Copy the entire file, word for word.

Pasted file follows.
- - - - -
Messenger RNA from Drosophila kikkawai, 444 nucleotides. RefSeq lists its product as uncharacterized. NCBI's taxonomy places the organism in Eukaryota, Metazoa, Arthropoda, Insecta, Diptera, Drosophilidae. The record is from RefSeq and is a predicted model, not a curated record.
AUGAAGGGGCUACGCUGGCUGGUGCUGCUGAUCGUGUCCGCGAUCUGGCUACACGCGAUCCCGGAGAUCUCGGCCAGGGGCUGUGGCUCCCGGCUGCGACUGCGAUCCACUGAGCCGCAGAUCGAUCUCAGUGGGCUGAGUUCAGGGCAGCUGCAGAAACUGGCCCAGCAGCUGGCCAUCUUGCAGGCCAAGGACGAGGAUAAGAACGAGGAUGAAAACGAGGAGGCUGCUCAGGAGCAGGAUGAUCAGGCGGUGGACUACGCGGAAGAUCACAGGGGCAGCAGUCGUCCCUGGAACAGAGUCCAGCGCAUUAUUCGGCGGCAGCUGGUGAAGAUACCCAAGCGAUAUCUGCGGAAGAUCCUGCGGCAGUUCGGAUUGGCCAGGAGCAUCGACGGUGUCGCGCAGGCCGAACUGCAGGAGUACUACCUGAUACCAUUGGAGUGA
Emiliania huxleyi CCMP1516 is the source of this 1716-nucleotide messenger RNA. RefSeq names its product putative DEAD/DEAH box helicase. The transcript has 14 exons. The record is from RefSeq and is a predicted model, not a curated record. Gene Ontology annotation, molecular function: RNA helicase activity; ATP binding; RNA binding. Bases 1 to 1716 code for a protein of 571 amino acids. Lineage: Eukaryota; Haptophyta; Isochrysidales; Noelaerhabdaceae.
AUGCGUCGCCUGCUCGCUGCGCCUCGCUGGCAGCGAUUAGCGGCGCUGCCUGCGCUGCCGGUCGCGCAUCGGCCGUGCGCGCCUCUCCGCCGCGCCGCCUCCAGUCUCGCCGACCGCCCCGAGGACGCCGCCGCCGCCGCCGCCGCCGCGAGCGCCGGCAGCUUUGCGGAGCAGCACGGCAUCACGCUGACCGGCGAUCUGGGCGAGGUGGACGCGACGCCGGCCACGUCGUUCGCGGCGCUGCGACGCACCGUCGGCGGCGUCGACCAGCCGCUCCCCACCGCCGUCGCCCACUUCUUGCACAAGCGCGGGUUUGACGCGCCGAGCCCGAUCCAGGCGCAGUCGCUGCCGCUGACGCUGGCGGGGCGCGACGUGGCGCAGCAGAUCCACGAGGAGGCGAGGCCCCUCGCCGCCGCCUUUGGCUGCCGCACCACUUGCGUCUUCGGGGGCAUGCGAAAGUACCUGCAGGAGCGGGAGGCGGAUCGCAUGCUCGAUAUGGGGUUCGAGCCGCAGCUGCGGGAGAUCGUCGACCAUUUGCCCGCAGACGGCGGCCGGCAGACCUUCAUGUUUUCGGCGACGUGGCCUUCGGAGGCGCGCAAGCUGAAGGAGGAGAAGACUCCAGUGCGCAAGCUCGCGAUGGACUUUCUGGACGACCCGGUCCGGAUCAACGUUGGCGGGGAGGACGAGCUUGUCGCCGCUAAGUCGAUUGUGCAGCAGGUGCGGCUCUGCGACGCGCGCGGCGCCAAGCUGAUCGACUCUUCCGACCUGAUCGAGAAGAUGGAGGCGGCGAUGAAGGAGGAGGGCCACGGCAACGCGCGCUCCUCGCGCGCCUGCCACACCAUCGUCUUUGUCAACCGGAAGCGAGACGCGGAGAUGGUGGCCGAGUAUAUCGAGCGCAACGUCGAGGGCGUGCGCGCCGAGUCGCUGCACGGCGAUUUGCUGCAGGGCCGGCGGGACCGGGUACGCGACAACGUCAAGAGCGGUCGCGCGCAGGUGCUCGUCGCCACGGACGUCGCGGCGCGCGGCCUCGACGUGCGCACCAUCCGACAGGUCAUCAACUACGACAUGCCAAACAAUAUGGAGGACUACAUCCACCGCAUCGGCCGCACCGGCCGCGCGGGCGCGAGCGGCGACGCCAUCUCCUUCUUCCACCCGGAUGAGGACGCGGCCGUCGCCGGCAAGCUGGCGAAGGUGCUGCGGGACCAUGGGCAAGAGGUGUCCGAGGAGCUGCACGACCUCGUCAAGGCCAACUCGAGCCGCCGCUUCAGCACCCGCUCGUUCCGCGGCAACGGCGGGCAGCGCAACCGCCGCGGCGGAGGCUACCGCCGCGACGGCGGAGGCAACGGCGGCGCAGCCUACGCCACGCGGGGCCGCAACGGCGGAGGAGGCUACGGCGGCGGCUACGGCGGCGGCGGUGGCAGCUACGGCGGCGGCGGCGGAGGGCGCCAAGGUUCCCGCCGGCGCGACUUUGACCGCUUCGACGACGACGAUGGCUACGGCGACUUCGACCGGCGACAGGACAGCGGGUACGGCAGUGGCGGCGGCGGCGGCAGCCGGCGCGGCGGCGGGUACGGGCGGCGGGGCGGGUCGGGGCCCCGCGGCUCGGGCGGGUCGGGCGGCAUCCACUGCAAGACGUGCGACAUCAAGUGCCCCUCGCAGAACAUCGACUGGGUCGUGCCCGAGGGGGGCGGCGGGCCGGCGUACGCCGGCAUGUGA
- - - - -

Messenger RNA from Drosophila kikkawai, 444 nucleotides. RefSeq lists its product as uncharacterized. NCBI's taxonomy places the organism in Eukaryota, Metazoa, Arthropoda, Insecta, Diptera, Drosophilidae. The record is from RefSeq and is a predicted model, not a curated record.
AUGAAGGGGCUACGCUGGCUGGUGCUGCUGAUCGUGUCCGCGAUCUGGCUACACGCGAUCCCGGAGAUCUCGGCCAGGGGCUGUGGCUCCCGGCUGCGACUGCGAUCCACUGAGCCGCAGAUCGAUCUCAGUGGGCUGAGUUCAGGGCAGCUGCAGAAACUGGCCCAGCAGCUGGCCAUCUUGCAGGCCAAGGACGAGGAUAAGAACGAGGAUGAAAACGAGGAGGCUGCUCAGGAGCAGGAUGAUCAGGCGGUGGACUACGCGGAAGAUCACAGGGGCAGCAGUCGUCCCUGGAACAGAGUCCAGCGCAUUAUUCGGCGGCAGCUGGUGAAGAUACCCAAGCGAUAUCUGCGGAAGAUCCUGCGGCAGUUCGGAUUGGCCAGGAGCAUCGACGGUGUCGCGCAGGCCGAACUGCAGGAGUACUACCUGAUACCAUUGGAGUGA
Emiliania huxleyi CCMP1516 is the source of this 1716-nucleotide messenger RNA. RefSeq names its product putative DEAD/DEAH box helicase. The transcript has 14 exons. The record is from RefSeq and is a predicted model, not a curated record. Gene Ontology annotation, molecular function: RNA helicase activity; ATP binding; RNA binding. Bases 1 to 1716 code for a protein of 571 amino acids. Lineage: Eukaryota; Haptophyta; Isochrysidales; Noelaerhabdaceae.
AUGCGUCGCCUGCUCGCUGCGCCUCGCUGGCAGCGAUUAGCGGCGCUGCCUGCGCUGCCGGUCGCGCAUCGGCCGUGCGCGCCUCUCCGCCGCGCCGCCUCCAGUCUCGCCGACCGCCCCGAGGACGCCGCCGCCGCCGCCGCCGCCGCGAGCGCCGGCAGCUUUGCGGAGCAGCACGGCAUCACGCUGACCGGCGAUCUGGGCGAGGUGGACGCGACGCCGGCCACGUCGUUCGCGGCGCUGCGACGCACCGUCGGCGGCGUCGACCAGCCGCUCCCCACCGCCGUCGCCCACUUCUUGCACAAGCGCGGGUUUGACGCGCCGAGCCCGAUCCAGGCGCAGUCGCUGCCGCUGACGCUGGCGGGGCGCGACGUGGCGCAGCAGAUCCACGAGGAGGCGAGGCCCCUCGCCGCCGCCUUUGGCUGCCGCACCACUUGCGUCUUCGGGGGCAUGCGAAAGUACCUGCAGGAGCGGGAGGCGGAUCGCAUGCUCGAUAUGGGGUUCGAGCCGCAGCUGCGGGAGAUCGUCGACCAUUUGCCCGCAGACGGCGGCCGGCAGACCUUCAUGUUUUCGGCGACGUGGCCUUCGGAGGCGCGCAAGCUGAAGGAGGAGAAGACUCCAGUGCGCAAGCUCGCGAUGGACUUUCUGGACGACCCGGUCCGGAUCAACGUUGGCGGGGAGGACGAGCUUGUCGCCGCUAAGUCGAUUGUGCAGCAGGUGCGGCUCUGCGACGCGCGCGGCGCCAAGCUGAUCGACUCUUCCGACCUGAUCGAGAAGAUGGAGGCGGCGAUGAAGGAGGAGGGCCACGGCAACGCGCGCUCCUCGCGCGCCUGCCACACCAUCGUCUUUGUCAACCGGAAGCGAGACGCGGAGAUGGUGGCCGAGUAUAUCGAGCGCAACGUCGAGGGCGUGCGCGCCGAGUCGCUGCACGGCGAUUUGCUGCAGGGCCGGCGGGACCGGGUACGCGACAACGUCAAGAGCGGUCGCGCGCAGGUGCUCGUCGCCACGGACGUCGCGGCGCGCGGCCUCGACGUGCGCACCAUCCGACAGGUCAUCAACUACGACAUGCCAAACAAUAUGGAGGACUACAUCCACCGCAUCGGCCGCACCGGCCGCGCGGGCGCGAGCGGCGACGCCAUCUCCUUCUUCCACCCGGAUGAGGACGCGGCCGUCGCCGGCAAGCUGGCGAAGGUGCUGCGGGACCAUGGGCAAGAGGUGUCCGAGGAGCUGCACGACCUCGUCAAGGCCAACUCGAGCCGCCGCUUCAGCACCCGCUCGUUCCGCGGCAACGGCGGGCAGCGCAACCGCCGCGGCGGAGGCUACCGCCGCGACGGCGGAGGCAACGGCGGCGCAGCCUACGCCACGCGGGGCCGCAACGGCGGAGGAGGCUACGGCGGCGGCUACGGCGGCGGCGGUGGCAGCUACGGCGGCGGCGGCGGAGGGCGCCAAGGUUCCCGCCGGCGCGACUUUGACCGCUUCGACGACGACGAUGGCUACGGCGACUUCGACCGGCGACAGGACAGCGGGUACGGCAGUGGCGGCGGCGGCGGCAGCCGGCGCGGCGGCGGGUACGGGCGGCGGGGCGGGUCGGGGCCCCGCGGCUCGGGCGGGUCGGGCGGCAUCCACUGCAAGACGUGCGACAUCAAGUGCCCCUCGCAGAACAUCGACUGGGUCGUGCCCGAGGGGGGCGGCGGGCCGGCGUACGCCGGCAUGUGA